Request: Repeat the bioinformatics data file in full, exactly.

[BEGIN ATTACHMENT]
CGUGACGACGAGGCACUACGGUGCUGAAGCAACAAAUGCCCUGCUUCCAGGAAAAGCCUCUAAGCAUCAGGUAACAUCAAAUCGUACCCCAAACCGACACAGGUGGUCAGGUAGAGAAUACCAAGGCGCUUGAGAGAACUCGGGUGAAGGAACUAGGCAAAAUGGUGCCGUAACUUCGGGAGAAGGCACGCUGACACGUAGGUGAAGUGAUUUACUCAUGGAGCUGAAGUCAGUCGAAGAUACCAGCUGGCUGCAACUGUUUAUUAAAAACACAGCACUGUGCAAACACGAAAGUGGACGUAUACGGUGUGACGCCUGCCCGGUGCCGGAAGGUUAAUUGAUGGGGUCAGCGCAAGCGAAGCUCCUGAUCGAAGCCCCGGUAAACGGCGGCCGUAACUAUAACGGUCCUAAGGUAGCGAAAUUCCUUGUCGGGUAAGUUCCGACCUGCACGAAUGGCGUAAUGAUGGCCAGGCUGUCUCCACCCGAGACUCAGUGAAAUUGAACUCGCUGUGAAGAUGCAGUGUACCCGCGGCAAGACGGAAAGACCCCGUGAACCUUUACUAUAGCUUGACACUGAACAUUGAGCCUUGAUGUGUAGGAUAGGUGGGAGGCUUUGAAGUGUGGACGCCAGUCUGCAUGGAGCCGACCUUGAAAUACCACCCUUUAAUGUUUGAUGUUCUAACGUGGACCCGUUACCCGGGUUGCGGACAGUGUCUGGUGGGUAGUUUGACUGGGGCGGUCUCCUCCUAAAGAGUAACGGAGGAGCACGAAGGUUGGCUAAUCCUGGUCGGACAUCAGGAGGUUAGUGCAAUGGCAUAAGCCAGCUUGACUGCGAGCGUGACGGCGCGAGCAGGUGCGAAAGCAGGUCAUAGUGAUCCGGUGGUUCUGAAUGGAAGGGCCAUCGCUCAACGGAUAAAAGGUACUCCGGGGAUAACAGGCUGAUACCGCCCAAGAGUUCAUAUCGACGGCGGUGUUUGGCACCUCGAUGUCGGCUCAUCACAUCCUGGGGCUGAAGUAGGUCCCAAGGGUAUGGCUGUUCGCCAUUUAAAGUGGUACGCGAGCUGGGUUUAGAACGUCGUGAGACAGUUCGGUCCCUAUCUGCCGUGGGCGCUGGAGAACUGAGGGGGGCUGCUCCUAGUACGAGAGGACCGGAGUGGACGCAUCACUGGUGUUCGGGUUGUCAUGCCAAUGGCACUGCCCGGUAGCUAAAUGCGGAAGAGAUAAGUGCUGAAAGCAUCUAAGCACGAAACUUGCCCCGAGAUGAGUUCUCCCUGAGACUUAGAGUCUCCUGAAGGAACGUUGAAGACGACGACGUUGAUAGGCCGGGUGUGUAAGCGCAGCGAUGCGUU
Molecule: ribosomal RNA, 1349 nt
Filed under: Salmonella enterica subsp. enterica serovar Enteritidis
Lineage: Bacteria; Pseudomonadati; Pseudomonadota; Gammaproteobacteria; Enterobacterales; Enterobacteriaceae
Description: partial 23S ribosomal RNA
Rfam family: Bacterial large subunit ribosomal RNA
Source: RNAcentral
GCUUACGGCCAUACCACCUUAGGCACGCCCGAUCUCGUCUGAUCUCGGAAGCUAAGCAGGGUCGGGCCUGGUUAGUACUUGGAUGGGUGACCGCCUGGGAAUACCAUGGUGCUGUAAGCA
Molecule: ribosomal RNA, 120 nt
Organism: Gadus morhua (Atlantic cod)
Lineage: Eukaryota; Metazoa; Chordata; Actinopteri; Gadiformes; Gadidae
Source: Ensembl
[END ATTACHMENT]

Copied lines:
CGUGACGACGAGGCACUACGGUGCUGAAGCAACAAAUGCCCUGCUUCCAGGAAAAGCCUCUAAGCAUCAGGUAACAUCAAAUCGUACCCCAAACCGACACAGGUGGUCAGGUAGAGAAUACCAAGGCGCUUGAGAGAACUCGGGUGAAGGAACUAGGCAAAAUGGUGCCGUAACUUCGGGAGAAGGCACGCUGACACGUAGGUGAAGUGAUUUACUCAUGGAGCUGAAGUCAGUCGAAGAUACCAGCUGGCUGCAACUGUUUAUUAAAAACACAGCACUGUGCAAACACGAAAGUGGACGUAUACGGUGUGACGCCUGCCCGGUGCCGGAAGGUUAAUUGAUGGGGUCAGCGCAAGCGAAGCUCCUGAUCGAAGCCCCGGUAAACGGCGGCCGUAACUAUAACGGUCCUAAGGUAGCGAAAUUCCUUGUCGGGUAAGUUCCGACCUGCACGAAUGGCGUAAUGAUGGCCAGGCUGUCUCCACCCGAGACUCAGUGAAAUUGAACUCGCUGUGAAGAUGCAGUGUACCCGCGGCAAGACGGAAAGACCCCGUGAACCUUUACUAUAGCUUGACACUGAACAUUGAGCCUUGAUGUGUAGGAUAGGUGGGAGGCUUUGAAGUGUGGACGCCAGUCUGCAUGGAGCCGACCUUGAAAUACCACCCUUUAAUGUUUGAUGUUCUAACGUGGACCCGUUACCCGGGUUGCGGACAGUGUCUGGUGGGUAGUUUGACUGGGGCGGUCUCCUCCUAAAGAGUAACGGAGGAGCACGAAGGUUGGCUAAUCCUGGUCGGACAUCAGGAGGUUAGUGCAAUGGCAUAAGCCAGCUUGACUGCGAGCGUGACGGCGCGAGCAGGUGCGAAAGCAGGUCAUAGUGAUCCGGUGGUUCUGAAUGGAAGGGCCAUCGCUCAACGGAUAAAAGGUACUCCGGGGAUAACAGGCUGAUACCGCCCAAGAGUUCAUAUCGACGGCGGUGUUUGGCACCUCGAUGUCGGCUCAUCACAUCCUGGGGCUGAAGUAGGUCCCAAGGGUAUGGCUGUUCGCCAUUUAAAGUGGUACGCGAGCUGGGUUUAGAACGUCGUGAGACAGUUCGGUCCCUAUCUGCCGUGGGCGCUGGAGAACUGAGGGGGGCUGCUCCUAGUACGAGAGGACCGGAGUGGACGCAUCACUGGUGUUCGGGUUGUCAUGCCAAUGGCACUGCCCGGUAGCUAAAUGCGGAAGAGAUAAGUGCUGAAAGCAUCUAAGCACGAAACUUGCCCCGAGAUGAGUUCUCCCUGAGACUUAGAGUCUCCUGAAGGAACGUUGAAGACGACGACGUUGAUAGGCCGGGUGUGUAAGCGCAGCGAUGCGUU
Molecule: ribosomal RNA, 1349 nt
Filed under: Salmonella enterica subsp. enterica serovar Enteritidis
Lineage: Bacteria; Pseudomonadati; Pseudomonadota; Gammaproteobacteria; Enterobacterales; Enterobacteriaceae
Description: partial 23S ribosomal RNA
Rfam family: Bacterial large subunit ribosomal RNA
Source: RNAcentral
GCUUACGGCCAUACCACCUUAGGCACGCCCGAUCUCGUCUGAUCUCGGAAGCUAAGCAGGGUCGGGCCUGGUUAGUACUUGGAUGGGUGACCGCCUGGGAAUACCAUGGUGCUGUAAGCA
Molecule: ribosomal RNA, 120 nt
Organism: Gadus morhua (Atlantic cod)
Lineage: Eukaryota; Metazoa; Chordata; Actinopteri; Gadiformes; Gadidae
Source: Ensembl